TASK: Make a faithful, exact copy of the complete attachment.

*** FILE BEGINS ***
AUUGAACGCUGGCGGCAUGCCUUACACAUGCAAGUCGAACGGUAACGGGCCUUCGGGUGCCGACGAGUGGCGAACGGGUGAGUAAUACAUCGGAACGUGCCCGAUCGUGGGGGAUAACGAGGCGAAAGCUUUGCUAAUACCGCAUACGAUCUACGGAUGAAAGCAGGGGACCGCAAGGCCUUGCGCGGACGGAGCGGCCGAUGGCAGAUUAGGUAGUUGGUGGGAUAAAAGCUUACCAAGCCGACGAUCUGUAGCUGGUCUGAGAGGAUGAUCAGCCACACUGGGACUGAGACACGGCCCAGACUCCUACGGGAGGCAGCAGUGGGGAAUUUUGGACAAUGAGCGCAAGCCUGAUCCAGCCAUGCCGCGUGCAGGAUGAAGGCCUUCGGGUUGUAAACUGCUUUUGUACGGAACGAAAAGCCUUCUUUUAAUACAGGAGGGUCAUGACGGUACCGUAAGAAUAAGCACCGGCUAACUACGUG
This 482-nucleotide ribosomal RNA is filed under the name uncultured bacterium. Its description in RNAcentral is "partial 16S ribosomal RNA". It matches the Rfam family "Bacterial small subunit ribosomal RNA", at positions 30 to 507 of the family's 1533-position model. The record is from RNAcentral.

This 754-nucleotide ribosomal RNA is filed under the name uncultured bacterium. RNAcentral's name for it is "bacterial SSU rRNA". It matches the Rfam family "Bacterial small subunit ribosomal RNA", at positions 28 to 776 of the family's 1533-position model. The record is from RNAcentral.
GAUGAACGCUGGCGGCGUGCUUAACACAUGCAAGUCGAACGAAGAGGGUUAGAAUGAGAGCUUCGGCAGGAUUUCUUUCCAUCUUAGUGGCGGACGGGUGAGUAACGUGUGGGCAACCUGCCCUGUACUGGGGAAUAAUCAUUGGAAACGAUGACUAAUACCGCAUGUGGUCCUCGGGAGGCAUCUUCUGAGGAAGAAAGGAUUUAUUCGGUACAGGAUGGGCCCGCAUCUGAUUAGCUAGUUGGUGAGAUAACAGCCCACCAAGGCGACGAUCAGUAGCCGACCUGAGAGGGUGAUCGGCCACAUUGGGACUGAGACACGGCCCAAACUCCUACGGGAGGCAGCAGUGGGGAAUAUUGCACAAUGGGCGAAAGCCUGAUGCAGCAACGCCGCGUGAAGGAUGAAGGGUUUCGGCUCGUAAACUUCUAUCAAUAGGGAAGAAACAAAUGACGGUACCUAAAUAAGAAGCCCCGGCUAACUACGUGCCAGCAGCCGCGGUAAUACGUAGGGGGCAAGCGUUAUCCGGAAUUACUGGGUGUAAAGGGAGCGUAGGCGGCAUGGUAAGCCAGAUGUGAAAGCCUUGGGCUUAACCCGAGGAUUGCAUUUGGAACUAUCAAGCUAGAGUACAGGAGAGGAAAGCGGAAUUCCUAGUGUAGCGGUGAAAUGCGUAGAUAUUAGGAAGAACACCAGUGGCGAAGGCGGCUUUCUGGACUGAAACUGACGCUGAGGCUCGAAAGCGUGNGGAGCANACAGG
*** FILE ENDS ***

AUUGAACGCUGGCGGCAUGCCUUACACAUGCAAGUCGAACGGUAACGGGCCUUCGGGUGCCGACGAGUGGCGAACGGGUGAGUAAUACAUCGGAACGUGCCCGAUCGUGGGGGAUAACGAGGCGAAAGCUUUGCUAAUACCGCAUACGAUCUACGGAUGAAAGCAGGGGACCGCAAGGCCUUGCGCGGACGGAGCGGCCGAUGGCAGAUUAGGUAGUUGGUGGGAUAAAAGCUUACCAAGCCGACGAUCUGUAGCUGGUCUGAGAGGAUGAUCAGCCACACUGGGACUGAGACACGGCCCAGACUCCUACGGGAGGCAGCAGUGGGGAAUUUUGGACAAUGAGCGCAAGCCUGAUCCAGCCAUGCCGCGUGCAGGAUGAAGGCCUUCGGGUUGUAAACUGCUUUUGUACGGAACGAAAAGCCUUCUUUUAAUACAGGAGGGUCAUGACGGUACCGUAAGAAUAAGCACCGGCUAACUACGUG
This 482-nucleotide ribosomal RNA is filed under the name uncultured bacterium. Its description in RNAcentral is "partial 16S ribosomal RNA". It matches the Rfam family "Bacterial small subunit ribosomal RNA", at positions 30 to 507 of the family's 1533-position model. The record is from RNAcentral.

This 754-nucleotide ribosomal RNA is filed under the name uncultured bacterium. RNAcentral's name for it is "bacterial SSU rRNA". It matches the Rfam family "Bacterial small subunit ribosomal RNA", at positions 28 to 776 of the family's 1533-position model. The record is from RNAcentral.
GAUGAACGCUGGCGGCGUGCUUAACACAUGCAAGUCGAACGAAGAGGGUUAGAAUGAGAGCUUCGGCAGGAUUUCUUUCCAUCUUAGUGGCGGACGGGUGAGUAACGUGUGGGCAACCUGCCCUGUACUGGGGAAUAAUCAUUGGAAACGAUGACUAAUACCGCAUGUGGUCCUCGGGAGGCAUCUUCUGAGGAAGAAAGGAUUUAUUCGGUACAGGAUGGGCCCGCAUCUGAUUAGCUAGUUGGUGAGAUAACAGCCCACCAAGGCGACGAUCAGUAGCCGACCUGAGAGGGUGAUCGGCCACAUUGGGACUGAGACACGGCCCAAACUCCUACGGGAGGCAGCAGUGGGGAAUAUUGCACAAUGGGCGAAAGCCUGAUGCAGCAACGCCGCGUGAAGGAUGAAGGGUUUCGGCUCGUAAACUUCUAUCAAUAGGGAAGAAACAAAUGACGGUACCUAAAUAAGAAGCCCCGGCUAACUACGUGCCAGCAGCCGCGGUAAUACGUAGGGGGCAAGCGUUAUCCGGAAUUACUGGGUGUAAAGGGAGCGUAGGCGGCAUGGUAAGCCAGAUGUGAAAGCCUUGGGCUUAACCCGAGGAUUGCAUUUGGAACUAUCAAGCUAGAGUACAGGAGAGGAAAGCGGAAUUCCUAGUGUAGCGGUGAAAUGCGUAGAUAUUAGGAAGAACACCAGUGGCGAAGGCGGCUUUCUGGACUGAAACUGACGCUGAGGCUCGAAAGCGUGNGGAGCANACAGG